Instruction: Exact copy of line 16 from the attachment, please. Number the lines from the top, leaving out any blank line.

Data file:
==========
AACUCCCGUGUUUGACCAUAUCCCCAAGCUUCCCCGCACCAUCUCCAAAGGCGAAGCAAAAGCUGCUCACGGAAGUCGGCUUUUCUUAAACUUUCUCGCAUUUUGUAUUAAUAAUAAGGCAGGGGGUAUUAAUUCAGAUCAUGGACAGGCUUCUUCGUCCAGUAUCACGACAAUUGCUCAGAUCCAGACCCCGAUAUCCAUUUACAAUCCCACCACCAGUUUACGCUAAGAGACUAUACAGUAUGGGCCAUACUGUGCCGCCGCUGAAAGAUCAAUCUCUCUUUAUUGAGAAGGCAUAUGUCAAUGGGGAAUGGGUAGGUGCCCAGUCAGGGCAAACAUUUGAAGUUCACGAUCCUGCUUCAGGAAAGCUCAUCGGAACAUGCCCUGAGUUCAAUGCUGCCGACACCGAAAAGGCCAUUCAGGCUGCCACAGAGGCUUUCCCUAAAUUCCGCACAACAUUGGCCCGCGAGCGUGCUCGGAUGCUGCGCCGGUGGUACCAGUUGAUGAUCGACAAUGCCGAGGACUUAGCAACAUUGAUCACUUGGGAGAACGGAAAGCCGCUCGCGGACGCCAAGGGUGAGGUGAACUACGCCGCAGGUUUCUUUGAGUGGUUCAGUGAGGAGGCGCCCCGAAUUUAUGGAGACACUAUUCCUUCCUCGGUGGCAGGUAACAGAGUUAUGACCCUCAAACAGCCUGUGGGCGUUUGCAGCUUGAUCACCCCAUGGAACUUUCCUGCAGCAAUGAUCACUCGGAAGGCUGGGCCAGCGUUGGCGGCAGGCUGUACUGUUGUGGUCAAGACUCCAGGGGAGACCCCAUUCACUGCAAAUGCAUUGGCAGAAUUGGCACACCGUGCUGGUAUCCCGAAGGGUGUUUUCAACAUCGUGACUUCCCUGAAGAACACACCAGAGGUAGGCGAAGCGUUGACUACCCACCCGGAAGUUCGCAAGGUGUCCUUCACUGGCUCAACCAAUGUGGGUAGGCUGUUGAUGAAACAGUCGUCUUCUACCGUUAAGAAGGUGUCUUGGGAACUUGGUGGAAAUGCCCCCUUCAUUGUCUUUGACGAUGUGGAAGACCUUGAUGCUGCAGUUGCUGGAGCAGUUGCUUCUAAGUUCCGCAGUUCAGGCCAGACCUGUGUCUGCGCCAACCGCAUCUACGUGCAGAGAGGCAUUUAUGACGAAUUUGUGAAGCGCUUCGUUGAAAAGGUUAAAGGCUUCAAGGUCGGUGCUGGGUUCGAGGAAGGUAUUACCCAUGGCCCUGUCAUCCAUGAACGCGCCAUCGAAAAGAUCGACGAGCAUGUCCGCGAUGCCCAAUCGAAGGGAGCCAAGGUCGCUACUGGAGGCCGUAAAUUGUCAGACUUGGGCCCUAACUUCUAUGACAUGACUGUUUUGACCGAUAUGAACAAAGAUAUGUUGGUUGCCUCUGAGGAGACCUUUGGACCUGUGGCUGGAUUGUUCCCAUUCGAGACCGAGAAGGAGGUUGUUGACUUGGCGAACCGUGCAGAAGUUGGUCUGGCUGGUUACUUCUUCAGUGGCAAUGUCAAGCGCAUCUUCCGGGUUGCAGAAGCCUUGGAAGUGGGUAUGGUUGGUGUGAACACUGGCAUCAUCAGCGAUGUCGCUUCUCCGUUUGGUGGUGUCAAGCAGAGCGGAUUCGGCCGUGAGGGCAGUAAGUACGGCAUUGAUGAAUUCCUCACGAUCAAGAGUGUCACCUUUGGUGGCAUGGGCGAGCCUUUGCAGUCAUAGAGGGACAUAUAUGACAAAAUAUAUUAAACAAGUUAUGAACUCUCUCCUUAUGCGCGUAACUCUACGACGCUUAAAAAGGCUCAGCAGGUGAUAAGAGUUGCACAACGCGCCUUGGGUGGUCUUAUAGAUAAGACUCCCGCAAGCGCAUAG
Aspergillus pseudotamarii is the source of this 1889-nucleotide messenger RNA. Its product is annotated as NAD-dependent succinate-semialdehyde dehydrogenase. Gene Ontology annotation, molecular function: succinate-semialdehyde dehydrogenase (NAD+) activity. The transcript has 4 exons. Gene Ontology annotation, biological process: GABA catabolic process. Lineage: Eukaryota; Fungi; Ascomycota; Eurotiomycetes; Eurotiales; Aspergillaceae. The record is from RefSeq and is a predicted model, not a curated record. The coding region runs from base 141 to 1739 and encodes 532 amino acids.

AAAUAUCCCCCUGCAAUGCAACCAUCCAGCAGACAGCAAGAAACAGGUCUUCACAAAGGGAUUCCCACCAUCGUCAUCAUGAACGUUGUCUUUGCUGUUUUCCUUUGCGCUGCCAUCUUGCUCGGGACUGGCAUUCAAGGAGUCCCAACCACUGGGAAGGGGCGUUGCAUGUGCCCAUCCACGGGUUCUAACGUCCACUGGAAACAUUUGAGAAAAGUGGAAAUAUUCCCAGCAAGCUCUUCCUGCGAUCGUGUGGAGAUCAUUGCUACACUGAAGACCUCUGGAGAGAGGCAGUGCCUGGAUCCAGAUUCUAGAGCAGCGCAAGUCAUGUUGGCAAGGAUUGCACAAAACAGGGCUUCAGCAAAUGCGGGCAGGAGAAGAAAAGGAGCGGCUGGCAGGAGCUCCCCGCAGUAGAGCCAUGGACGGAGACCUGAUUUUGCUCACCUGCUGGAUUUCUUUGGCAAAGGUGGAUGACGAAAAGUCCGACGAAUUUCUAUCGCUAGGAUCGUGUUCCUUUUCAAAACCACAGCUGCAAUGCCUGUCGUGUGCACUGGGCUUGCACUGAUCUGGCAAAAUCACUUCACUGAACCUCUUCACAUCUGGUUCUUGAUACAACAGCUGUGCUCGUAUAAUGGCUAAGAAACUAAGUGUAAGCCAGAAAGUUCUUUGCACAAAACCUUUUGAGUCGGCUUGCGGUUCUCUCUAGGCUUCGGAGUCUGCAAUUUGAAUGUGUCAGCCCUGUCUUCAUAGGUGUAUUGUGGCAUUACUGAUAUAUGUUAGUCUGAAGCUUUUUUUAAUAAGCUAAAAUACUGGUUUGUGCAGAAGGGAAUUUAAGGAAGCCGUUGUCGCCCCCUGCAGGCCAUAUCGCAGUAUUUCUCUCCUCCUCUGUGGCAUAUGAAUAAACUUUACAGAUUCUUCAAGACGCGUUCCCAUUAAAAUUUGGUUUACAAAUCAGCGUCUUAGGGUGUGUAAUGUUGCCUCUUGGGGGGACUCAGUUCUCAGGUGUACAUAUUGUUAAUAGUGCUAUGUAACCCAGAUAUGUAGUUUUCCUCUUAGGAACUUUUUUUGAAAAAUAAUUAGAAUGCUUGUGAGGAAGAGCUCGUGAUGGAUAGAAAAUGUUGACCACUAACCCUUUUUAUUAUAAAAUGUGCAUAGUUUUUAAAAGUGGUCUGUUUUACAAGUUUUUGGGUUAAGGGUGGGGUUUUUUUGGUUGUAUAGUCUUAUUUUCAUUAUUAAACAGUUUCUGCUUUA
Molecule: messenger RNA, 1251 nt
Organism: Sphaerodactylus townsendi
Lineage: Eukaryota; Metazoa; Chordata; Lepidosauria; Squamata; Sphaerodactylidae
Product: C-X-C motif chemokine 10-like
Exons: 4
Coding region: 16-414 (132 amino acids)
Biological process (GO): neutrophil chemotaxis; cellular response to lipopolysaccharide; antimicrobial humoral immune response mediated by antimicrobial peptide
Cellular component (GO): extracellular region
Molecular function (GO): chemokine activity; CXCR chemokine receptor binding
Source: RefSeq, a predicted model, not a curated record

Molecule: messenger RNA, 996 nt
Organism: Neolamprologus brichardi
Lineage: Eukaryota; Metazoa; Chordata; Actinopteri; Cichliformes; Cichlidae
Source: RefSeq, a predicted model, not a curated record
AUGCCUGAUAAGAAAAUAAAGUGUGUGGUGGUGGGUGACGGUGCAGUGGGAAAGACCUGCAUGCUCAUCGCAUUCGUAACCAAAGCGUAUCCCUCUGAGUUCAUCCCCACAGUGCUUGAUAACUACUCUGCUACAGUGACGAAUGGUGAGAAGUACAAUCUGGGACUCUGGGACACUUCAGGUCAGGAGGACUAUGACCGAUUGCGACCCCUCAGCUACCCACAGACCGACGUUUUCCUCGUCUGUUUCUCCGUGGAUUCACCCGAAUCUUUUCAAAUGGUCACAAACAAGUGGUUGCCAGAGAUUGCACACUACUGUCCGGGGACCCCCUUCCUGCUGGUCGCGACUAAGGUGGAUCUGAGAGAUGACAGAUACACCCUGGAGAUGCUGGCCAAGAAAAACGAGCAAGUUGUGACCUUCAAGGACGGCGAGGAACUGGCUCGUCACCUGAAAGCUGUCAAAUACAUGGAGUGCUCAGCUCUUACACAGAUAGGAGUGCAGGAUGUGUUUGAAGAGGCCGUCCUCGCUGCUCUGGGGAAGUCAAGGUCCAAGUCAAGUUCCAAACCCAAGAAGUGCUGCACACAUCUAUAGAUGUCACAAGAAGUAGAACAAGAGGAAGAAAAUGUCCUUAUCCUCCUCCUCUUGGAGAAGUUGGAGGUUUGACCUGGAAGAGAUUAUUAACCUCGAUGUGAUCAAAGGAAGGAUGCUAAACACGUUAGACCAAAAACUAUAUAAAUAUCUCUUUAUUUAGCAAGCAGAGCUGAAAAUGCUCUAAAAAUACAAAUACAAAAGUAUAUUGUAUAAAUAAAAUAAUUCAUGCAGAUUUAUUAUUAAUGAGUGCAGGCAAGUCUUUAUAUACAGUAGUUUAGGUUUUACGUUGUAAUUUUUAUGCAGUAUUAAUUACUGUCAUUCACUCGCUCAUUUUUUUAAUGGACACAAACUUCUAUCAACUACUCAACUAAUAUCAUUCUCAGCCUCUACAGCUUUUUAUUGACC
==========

Lineage: Eukaryota; Metazoa; Chordata; Actinopteri; Cichliformes; Cichlidae